Plants That Produce Pre-Season Blooms

These beauties can help brighten the dull landscape between winter and spring.


Hellebores are in their element in winter when little else is in bloom.

Flowering Hellebores

As we lean into the ups and downs of late-winter temperatures, there always seems to be a dead space between seasons, when the landscape looks especially brown and bare, and we ache to see something in bloom. If you don't have any of the plants shown in the following pages, you may want to consider adding them to your shopping list. Next year, late winter in your landscape could be a riot of color and rebirth.

Upright Blooms


Depending on the variety, hellebores bloom anytime between December and mid-March.

Most hellebores have nodding flowers. 'HGC Josef Lemper' holds its blooms upright.

Budding Evergreens


During winter, the reddish buds of this broadleaf evergreen, Pieris japonica, are also ornamental.

Japanese pieris (Pieris japonica) blooms in white, pink and reddish-pink fountains of flowers in later winter to early spring. USDA Zones 4b to 7.

Flowering Shrub

Yellow Winter Flowers

Yellow Winter Flowers Buttercup Winterhazel Monrovia

©Image courtesy of Monrovia

Image courtesy of Monrovia

These yellow flowers will bloom in late winter.

Buttercup winter hazel (Corylopsis pauciflora) produces hanging tassels of yellow flowers in late winter. A wide-spreading, medium-sized shrub (4 to 6 feet tall and 6 to 8 feet wide), the buttercup winter hazel can handle full sun to light shade. USDA Zones 5 to 9. Image courtesy of Monrovia

Late-Winter Flowers


Witch hazel is an underused plant in American landscapes.

Witch hazel's bright yellow (or orange or white) spidery flowers cover bare branches in late winter. Here, common witch hazel (Hamamelis virginiana), USDA Zones 3b to 8(9).

Cherry Blossoms


'Okame' often blooms at the same time as some of the witch hazels.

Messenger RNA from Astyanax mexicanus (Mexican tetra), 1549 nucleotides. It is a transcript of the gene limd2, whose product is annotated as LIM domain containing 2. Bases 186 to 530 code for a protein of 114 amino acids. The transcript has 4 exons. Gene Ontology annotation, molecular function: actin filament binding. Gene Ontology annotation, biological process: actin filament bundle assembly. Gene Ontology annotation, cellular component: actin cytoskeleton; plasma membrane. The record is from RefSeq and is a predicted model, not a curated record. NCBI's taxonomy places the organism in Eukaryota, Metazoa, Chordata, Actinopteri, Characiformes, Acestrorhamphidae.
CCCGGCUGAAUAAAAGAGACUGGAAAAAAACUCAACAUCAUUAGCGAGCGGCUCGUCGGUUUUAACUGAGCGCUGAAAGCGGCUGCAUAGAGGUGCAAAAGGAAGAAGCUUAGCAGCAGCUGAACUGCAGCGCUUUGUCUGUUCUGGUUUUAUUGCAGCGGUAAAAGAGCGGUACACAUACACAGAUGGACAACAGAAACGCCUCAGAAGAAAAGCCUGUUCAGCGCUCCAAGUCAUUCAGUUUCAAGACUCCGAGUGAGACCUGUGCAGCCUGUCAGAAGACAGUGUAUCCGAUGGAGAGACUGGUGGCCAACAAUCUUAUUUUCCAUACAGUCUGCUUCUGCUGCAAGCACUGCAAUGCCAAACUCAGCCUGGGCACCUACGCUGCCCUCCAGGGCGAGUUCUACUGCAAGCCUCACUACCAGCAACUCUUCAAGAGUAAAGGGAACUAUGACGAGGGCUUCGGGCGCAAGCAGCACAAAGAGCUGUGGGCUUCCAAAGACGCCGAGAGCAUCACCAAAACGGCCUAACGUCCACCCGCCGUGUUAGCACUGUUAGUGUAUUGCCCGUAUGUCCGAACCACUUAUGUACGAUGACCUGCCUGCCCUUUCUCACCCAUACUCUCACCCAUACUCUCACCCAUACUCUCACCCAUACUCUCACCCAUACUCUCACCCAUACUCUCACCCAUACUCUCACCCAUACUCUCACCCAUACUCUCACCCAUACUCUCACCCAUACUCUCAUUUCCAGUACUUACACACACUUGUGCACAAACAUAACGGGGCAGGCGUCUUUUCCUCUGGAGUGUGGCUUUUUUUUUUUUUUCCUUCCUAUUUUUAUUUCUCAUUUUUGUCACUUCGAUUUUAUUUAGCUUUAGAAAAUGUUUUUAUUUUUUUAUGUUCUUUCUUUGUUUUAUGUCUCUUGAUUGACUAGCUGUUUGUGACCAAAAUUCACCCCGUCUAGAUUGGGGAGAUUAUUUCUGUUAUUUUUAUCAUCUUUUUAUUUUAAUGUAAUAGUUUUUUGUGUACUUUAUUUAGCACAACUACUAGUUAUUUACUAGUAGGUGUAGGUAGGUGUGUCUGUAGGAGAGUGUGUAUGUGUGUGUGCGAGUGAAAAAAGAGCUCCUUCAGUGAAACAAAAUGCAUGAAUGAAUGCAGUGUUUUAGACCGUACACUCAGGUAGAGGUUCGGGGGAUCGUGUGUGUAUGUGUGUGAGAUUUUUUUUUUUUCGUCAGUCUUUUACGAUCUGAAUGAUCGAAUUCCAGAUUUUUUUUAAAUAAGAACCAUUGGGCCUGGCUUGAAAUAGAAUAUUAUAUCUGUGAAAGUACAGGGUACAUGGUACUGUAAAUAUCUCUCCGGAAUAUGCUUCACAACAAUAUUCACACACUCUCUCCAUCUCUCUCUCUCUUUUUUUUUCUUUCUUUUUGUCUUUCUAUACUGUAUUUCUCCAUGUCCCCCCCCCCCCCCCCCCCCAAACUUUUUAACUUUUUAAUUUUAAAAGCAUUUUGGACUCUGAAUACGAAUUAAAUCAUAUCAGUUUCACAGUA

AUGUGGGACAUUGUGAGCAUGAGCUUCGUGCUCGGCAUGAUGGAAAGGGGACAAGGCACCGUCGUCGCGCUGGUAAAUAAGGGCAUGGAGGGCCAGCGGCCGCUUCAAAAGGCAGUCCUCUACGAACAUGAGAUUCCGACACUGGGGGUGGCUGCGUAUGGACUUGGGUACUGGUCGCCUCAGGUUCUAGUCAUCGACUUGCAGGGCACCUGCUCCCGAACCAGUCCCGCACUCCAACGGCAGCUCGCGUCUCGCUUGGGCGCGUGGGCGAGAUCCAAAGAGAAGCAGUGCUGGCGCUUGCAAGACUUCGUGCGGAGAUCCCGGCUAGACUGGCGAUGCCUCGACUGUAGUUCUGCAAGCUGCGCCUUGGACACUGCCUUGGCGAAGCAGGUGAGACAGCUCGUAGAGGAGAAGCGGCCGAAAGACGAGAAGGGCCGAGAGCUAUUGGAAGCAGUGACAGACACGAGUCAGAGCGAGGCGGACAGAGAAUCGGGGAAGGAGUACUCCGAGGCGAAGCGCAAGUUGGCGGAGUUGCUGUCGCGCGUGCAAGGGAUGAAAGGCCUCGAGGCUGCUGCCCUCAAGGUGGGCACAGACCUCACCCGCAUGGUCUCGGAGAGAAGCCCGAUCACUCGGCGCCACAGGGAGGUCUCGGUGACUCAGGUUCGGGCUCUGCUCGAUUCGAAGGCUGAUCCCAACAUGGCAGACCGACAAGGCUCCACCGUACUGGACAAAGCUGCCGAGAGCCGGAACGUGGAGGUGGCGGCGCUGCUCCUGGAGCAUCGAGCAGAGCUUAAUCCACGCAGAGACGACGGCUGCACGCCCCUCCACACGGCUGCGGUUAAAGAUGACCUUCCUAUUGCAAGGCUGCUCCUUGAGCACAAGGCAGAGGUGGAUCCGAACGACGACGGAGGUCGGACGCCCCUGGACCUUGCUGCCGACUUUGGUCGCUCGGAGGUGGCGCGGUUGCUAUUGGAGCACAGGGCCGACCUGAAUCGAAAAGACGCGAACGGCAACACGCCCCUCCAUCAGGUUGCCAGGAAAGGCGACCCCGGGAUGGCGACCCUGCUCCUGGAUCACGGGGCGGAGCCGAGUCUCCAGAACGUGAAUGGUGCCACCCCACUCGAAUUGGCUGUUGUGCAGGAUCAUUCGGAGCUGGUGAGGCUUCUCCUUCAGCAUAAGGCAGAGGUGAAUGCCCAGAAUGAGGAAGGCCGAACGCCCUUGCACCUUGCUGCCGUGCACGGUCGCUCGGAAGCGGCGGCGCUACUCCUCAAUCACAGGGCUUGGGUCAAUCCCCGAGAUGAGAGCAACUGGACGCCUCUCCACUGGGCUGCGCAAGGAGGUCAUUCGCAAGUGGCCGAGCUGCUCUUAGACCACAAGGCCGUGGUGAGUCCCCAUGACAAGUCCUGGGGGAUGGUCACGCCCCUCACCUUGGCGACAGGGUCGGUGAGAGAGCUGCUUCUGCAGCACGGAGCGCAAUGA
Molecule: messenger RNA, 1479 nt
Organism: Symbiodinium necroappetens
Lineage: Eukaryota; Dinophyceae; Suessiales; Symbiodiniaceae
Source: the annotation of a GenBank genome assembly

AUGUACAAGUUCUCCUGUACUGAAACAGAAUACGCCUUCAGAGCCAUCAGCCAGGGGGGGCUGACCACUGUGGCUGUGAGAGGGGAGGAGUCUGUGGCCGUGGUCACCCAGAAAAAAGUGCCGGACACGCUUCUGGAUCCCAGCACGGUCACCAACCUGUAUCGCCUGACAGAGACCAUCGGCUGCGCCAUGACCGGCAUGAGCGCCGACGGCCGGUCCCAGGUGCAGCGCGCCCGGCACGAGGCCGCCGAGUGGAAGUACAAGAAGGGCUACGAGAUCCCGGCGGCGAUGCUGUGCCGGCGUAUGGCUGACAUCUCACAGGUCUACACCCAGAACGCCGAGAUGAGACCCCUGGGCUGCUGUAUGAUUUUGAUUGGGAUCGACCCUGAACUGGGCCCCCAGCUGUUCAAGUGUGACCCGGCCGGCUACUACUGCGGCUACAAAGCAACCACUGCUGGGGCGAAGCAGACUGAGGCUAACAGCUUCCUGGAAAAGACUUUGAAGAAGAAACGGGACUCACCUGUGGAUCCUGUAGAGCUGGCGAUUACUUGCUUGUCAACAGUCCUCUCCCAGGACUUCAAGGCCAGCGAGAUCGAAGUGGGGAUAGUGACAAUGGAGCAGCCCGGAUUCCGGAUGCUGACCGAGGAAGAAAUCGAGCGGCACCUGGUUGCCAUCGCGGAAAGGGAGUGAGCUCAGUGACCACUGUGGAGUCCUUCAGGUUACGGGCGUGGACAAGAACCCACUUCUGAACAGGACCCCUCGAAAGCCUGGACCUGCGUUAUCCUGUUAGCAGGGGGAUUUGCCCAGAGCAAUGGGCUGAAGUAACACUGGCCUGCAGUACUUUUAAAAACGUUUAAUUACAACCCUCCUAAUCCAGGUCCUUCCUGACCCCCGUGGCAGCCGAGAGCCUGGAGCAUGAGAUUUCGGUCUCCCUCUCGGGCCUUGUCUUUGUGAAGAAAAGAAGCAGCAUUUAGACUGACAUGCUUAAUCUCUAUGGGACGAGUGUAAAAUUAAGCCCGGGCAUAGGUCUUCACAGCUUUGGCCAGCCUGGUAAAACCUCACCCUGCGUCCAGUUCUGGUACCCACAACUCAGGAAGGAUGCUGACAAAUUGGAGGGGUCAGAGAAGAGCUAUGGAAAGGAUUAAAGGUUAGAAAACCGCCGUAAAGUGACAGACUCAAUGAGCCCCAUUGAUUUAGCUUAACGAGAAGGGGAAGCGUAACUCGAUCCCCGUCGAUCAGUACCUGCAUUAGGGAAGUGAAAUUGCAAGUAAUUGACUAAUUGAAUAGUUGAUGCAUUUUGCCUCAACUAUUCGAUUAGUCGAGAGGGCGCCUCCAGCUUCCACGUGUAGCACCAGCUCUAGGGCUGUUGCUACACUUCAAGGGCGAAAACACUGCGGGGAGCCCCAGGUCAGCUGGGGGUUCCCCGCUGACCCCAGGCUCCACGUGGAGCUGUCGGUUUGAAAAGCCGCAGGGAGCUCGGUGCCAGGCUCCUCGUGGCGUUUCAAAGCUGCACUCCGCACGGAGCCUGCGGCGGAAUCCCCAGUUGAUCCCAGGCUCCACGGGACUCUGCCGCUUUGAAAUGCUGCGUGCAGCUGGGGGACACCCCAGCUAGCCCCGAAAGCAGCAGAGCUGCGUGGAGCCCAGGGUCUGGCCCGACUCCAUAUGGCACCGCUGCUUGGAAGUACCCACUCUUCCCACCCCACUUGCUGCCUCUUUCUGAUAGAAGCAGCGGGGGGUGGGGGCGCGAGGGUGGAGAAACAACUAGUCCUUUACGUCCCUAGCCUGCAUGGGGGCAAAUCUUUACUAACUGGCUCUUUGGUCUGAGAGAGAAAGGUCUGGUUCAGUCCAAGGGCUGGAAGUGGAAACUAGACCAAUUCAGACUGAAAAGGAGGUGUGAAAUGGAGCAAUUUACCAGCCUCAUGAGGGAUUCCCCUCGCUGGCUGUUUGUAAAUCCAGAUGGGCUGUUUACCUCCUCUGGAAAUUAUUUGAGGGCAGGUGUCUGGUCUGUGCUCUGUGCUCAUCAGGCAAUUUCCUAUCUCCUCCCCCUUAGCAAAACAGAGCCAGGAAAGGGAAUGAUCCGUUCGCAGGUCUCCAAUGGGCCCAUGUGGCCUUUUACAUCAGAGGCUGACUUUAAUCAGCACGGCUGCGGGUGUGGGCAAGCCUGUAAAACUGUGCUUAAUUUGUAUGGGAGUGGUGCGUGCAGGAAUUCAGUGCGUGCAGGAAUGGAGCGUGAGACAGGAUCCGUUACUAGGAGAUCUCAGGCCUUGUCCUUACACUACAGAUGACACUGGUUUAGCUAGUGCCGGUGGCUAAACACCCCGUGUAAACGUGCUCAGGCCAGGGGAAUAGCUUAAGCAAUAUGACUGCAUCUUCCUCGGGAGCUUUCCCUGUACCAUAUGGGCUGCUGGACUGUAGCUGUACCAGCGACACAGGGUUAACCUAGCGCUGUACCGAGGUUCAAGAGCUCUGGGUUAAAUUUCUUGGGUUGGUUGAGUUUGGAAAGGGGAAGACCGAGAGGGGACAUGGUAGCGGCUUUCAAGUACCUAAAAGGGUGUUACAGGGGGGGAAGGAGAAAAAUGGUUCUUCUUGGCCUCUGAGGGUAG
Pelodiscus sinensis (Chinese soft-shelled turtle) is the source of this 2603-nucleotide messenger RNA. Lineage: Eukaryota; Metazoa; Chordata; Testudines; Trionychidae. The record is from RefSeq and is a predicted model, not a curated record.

'Okame' is one of the earliest flowering cherries to bloom. USDA Zones 6b to 9.

Colorful Stems


This maple's bark color intensifies in winter.

The flaming red stems of this coral bark Japanese maple 'Sango Kaku' cradle a robin's nest in need of rebuilding for spring. The leaves of this small deciduous tree (20 to 25 feet tall) turn yellow in fall. USDA Zones 6 to 8.

Yellow Tufts


This Japanese cornel dogwood will bloom in very early spring.

Yellow flower tufts cover this Japanese cornel dogwood (Cornus officinalis 'Sunsphere') in very early spring. USDA Zones 5 to 8.

Fragrant Flowers


This shrub will mature to grow about 7 feet tall.

The giant-leaf paper plant (Edgeworthia chrysantha), a cousin to daphne, bears very fragrant white and yellow flowers on bare stems in winter. It is also called the paperbush plant. USDA Zones 7 to 9.

Fall Plantings


A combination of perennials can keep your garden colorful every month of the year.

Of all the late-winter bloomers you've seen on these pages, the snowdrop (Galanthus nivalis) is the only one that has to be planted in fall. Plant the bulb at the same time you plant spring-flowering bulbs. A combination of perennials will keep your garden in bloom all year.

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